Every major city has its outdoorsy getaway and for Bueno Aires that is San Carlos de Bariloche. Located in Northern Patagonia, it is surrounded by glacial lakes, snowcapped mountains, and thousand-year-old forests. This alpine-style town is surrounded by breathtaking views and is a must-visit destination for outdoorsy types. Bariloche is home to Cerro Cathedral Alta Patagonia, the largest ski resort in South America, but it is a year-long destination with so many other things to do.
We spent five days in Bariloche in December (keep in mind this is the Summer in the Southern Hemisphere) while traveling through Argentina and loved it. It is one of those destinations where you feel like you never have enough time to see everything and hate to leave. There is an unlimited number of things to do in Bariloche, everything from water sports to hiking to road trips with magnificent views to just sitting on the balcony with a cold adult beverage and soaking up the beauty.
Things to know about Bariloche before you travel:
Getting to Bariloche
Bariloche is a ~2.5 hour flight from Buenos Aires. Another and more budget-friendly option is taking a bus from Buenos Aires. It will be a long ride (over 20 hours) but the buses are comfortable. They are equipped with AC, TVs, toilets, fully reclining seats and food and drinks are served on board. It is an overnight route and can be a good budget option, not having to pay for accommodations, and getting to Bariloche early the next day refreshed and ready to explore.
Bariloche is a laid-back ski and hiking town nicknamed “Little Switzerland.” And like most European cities, many stores and restaurants will be closed in the middle of the day to clean up after lunch and prepare for dinner. If you arrive in the middle of the day, as we did, it may appear to be a ghost town. Most people are out enjoying some type of physical activity or taking a siesta.
In the early 20th century European immigrants from Switzerland, Germany and Austria settled in this area. It was also a safe haven for Nazis after WWII. If you are interested in this part of Bariloche’s history, we suggest you take one of the many walking tours offered in the city.
How to get around
The easiest way to get around Bariloches is to rent a car. However, if that is not in your budget, public transportation is available by the company Mi Bus. You can only pay for the fare using the SUBE card, the same card used for all public transportation in Argentina. You can find the daily schedule and more information here. Lastly, you can also hitchhike. It is considered safe in Argentina and a lot of hikers get by that way.
In Argentina, like most South American countries, you will see stray dogs everywhere. They are usually very friendly and only interested in you if you are giving them food. However, they do sometimes have “turf wars” with other dogs and can be aggressive toward them.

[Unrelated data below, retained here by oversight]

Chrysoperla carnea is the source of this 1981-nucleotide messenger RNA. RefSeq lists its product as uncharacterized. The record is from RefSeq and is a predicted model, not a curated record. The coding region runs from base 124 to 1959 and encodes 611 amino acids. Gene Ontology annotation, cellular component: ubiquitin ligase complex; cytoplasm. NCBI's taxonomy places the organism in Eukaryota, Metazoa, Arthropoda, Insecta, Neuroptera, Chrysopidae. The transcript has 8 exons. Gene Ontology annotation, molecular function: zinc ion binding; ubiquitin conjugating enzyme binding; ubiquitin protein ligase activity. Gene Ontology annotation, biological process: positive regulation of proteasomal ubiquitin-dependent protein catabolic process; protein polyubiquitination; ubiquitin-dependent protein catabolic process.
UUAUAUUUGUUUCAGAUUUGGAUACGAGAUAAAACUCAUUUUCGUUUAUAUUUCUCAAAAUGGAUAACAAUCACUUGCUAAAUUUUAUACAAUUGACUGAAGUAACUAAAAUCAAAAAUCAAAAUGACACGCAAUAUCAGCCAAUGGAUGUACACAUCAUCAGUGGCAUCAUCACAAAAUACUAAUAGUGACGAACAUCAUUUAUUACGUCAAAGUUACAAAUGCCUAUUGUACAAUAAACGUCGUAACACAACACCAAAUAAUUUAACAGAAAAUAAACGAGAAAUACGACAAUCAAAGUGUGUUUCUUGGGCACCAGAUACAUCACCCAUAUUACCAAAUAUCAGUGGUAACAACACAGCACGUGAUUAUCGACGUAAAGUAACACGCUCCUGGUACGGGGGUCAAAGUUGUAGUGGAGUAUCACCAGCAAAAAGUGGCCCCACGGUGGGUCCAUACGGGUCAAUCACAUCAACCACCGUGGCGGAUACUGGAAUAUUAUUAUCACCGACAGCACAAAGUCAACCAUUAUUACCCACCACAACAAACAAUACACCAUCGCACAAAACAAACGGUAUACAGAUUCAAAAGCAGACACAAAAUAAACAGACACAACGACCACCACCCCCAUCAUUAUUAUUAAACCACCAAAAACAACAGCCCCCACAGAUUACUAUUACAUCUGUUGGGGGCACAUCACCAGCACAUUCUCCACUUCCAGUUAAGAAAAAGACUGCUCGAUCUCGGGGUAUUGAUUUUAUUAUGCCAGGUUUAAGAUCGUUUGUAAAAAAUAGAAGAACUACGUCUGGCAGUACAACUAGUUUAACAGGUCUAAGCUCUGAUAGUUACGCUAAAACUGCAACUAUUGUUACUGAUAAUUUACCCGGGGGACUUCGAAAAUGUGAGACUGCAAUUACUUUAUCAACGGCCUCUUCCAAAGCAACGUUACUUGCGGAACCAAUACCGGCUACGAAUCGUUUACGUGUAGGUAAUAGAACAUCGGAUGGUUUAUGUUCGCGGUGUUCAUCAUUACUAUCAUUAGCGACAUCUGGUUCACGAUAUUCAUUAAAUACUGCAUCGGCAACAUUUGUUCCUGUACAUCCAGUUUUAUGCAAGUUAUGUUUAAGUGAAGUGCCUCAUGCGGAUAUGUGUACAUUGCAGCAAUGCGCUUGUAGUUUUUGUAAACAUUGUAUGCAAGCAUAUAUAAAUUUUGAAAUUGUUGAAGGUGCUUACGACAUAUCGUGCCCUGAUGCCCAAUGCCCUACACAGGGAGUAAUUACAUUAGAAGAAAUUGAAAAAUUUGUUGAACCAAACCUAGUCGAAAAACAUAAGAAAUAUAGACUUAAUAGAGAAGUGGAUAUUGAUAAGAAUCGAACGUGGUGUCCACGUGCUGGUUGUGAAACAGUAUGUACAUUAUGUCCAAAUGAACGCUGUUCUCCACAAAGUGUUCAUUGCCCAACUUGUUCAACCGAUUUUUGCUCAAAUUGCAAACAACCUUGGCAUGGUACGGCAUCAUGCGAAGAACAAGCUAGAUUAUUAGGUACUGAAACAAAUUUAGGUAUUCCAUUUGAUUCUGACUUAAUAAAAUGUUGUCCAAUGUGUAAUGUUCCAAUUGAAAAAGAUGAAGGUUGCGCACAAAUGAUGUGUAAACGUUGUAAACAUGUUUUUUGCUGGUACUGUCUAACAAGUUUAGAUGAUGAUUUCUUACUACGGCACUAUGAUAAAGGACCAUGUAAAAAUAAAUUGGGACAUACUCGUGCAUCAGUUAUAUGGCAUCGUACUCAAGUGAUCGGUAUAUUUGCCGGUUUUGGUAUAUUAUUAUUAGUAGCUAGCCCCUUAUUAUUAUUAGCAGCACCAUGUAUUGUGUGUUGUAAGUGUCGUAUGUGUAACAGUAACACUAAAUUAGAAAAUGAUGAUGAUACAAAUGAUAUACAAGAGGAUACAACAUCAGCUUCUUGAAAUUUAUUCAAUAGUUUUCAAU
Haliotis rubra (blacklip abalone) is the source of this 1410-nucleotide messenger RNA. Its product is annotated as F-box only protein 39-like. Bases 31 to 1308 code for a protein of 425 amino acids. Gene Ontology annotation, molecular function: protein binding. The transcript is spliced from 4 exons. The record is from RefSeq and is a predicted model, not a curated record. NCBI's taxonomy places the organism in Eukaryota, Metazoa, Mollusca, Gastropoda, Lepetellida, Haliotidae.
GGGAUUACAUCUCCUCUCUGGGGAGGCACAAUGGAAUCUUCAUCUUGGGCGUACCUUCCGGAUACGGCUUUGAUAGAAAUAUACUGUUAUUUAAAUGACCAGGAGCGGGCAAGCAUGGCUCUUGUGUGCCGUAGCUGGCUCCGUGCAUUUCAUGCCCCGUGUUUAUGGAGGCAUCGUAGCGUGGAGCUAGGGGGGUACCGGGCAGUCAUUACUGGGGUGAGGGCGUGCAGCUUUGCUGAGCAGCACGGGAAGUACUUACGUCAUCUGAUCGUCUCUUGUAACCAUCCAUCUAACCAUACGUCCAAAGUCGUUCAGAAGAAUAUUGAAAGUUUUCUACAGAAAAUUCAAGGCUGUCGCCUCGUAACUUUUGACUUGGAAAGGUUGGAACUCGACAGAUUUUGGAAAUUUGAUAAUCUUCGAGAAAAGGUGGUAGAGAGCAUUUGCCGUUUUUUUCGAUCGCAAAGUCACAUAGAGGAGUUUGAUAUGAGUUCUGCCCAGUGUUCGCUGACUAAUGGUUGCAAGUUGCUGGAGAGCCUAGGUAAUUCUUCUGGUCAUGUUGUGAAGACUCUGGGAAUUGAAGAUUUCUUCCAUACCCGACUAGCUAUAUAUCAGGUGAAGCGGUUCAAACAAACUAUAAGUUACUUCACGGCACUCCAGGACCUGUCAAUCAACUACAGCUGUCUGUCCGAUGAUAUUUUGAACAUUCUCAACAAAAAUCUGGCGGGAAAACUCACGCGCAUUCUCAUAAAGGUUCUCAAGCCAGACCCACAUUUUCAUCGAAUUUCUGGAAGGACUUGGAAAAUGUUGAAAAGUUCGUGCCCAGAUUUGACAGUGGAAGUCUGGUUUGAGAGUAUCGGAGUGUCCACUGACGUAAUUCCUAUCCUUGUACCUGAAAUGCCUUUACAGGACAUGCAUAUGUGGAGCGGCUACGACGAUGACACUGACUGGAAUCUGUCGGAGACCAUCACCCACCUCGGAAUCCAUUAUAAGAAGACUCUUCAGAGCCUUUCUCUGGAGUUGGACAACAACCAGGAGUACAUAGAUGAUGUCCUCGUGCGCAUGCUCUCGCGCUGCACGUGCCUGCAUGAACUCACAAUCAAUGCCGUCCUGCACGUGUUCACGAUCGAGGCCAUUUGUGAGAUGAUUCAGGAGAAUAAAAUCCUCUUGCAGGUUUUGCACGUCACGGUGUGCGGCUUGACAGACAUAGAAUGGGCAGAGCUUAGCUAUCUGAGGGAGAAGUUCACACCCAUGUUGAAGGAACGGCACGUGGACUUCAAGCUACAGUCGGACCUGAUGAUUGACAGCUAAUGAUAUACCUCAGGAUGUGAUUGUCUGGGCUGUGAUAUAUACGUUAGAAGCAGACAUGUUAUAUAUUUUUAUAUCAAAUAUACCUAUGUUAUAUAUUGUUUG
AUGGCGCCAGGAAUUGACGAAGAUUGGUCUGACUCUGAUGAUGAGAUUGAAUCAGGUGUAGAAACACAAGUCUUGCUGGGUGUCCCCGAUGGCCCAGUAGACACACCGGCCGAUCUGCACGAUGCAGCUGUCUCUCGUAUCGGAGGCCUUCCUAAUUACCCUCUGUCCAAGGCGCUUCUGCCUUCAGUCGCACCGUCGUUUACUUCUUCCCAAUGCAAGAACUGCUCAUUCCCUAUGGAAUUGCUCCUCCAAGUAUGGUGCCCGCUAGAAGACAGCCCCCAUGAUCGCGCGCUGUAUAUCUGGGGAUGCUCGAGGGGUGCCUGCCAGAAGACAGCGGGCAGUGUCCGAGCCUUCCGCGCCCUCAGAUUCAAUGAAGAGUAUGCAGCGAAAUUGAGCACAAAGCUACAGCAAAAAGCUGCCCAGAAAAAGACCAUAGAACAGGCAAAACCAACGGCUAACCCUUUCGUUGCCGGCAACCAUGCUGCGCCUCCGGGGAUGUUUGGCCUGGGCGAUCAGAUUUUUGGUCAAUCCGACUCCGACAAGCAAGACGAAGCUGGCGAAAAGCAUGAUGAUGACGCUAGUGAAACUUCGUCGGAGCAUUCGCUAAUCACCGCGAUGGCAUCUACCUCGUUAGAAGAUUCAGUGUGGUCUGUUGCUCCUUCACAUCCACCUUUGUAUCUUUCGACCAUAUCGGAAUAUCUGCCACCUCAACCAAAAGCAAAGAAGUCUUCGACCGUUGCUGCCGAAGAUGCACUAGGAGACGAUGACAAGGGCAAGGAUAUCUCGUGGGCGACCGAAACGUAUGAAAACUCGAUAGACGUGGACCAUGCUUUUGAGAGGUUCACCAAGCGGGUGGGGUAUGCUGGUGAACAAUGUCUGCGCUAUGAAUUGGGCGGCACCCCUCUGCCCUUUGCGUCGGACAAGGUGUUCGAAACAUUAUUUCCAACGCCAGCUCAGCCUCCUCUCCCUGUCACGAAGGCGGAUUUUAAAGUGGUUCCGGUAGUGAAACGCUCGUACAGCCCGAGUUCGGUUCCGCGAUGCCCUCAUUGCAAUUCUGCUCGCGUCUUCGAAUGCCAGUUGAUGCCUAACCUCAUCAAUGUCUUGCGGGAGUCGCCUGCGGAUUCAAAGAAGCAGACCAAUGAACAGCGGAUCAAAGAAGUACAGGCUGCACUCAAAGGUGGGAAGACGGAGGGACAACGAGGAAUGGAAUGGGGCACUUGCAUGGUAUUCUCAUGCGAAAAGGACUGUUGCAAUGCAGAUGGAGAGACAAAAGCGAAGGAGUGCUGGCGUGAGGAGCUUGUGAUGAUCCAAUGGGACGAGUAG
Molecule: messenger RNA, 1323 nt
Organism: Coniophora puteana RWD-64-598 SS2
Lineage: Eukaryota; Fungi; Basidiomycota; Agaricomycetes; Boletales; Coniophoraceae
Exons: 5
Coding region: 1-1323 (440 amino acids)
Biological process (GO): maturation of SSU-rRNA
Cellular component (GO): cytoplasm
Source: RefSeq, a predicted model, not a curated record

People in Bariloche take care of the dogs, by building dog houses for them, leaving water and food in front of their establishments/homes meanwhile doggies enjoy their freedom.
Bariloche is a very safe place for tourists. We did see high police presence on the streets when we were there, but it was right around the holidays and that may have been a reason for it more than anything else.
Best Things to do in Bariloche
Bariloche is surrounded by lakes and there are many tours offered for kayaking and paddleboarding. Whether you are interested in a half-day, full-day, or multi-day adventure there are kayaking tours available for pretty much any age group and physical ability. The transportation, kayaks, and food are usually provided by the tour company and if you are doing a multi-day kayaking adventure all you need to bring with you is a sleeping bag.
Kayaking is a great way to explore the shores with the backdrop of snowcapped Andes and learn about this beautiful area. Tour guides are very knowledgeable, multilingual, and they take a lot of pride in the history of their country.
White Water Rafting
If kayaking is not adventurous enough for you, white water rafting in Rio Manso may be a more appealing option. Transportation and all the equipment are included, some tours include lunch others do not, but you can order separately. Rapids are mostly class III-IV, and guides are very experienced and knowledgeable to walk you through what to do to stay safe.
Sailing in Lago Nahuel Huapi
Sailing Lago Nahuel Huapi gives you an opportunity to enjoy the beauty of Bariloche city center from a different viewpoint. You will see hidden islands, hills, and shores only accessible by water. It is about a 3-hour adventure right out of the Camping Petunia campground.
Fly fishing tours on Rio Lamay or Rio Manso are half-, full-, or multi-day tours. Rainbow and Brown trout are what you will be fishing for predominantly. All the equipment is provided by the tour guides and they usually make an elaborate Argentinian lunch around mid-day for everyone to enjoy.
For a fisherman, this is a must-do experience, but it can be costly.
Every day in Bariloche is windy and Lago Nahuel Huapi is the perfect location for kitesurfing. Almost every day we saw someone kite surfing from our balcony. But we would not recommend this activity unless you are an experienced kitesurfer. Varadero Beach is the local favorite launch location.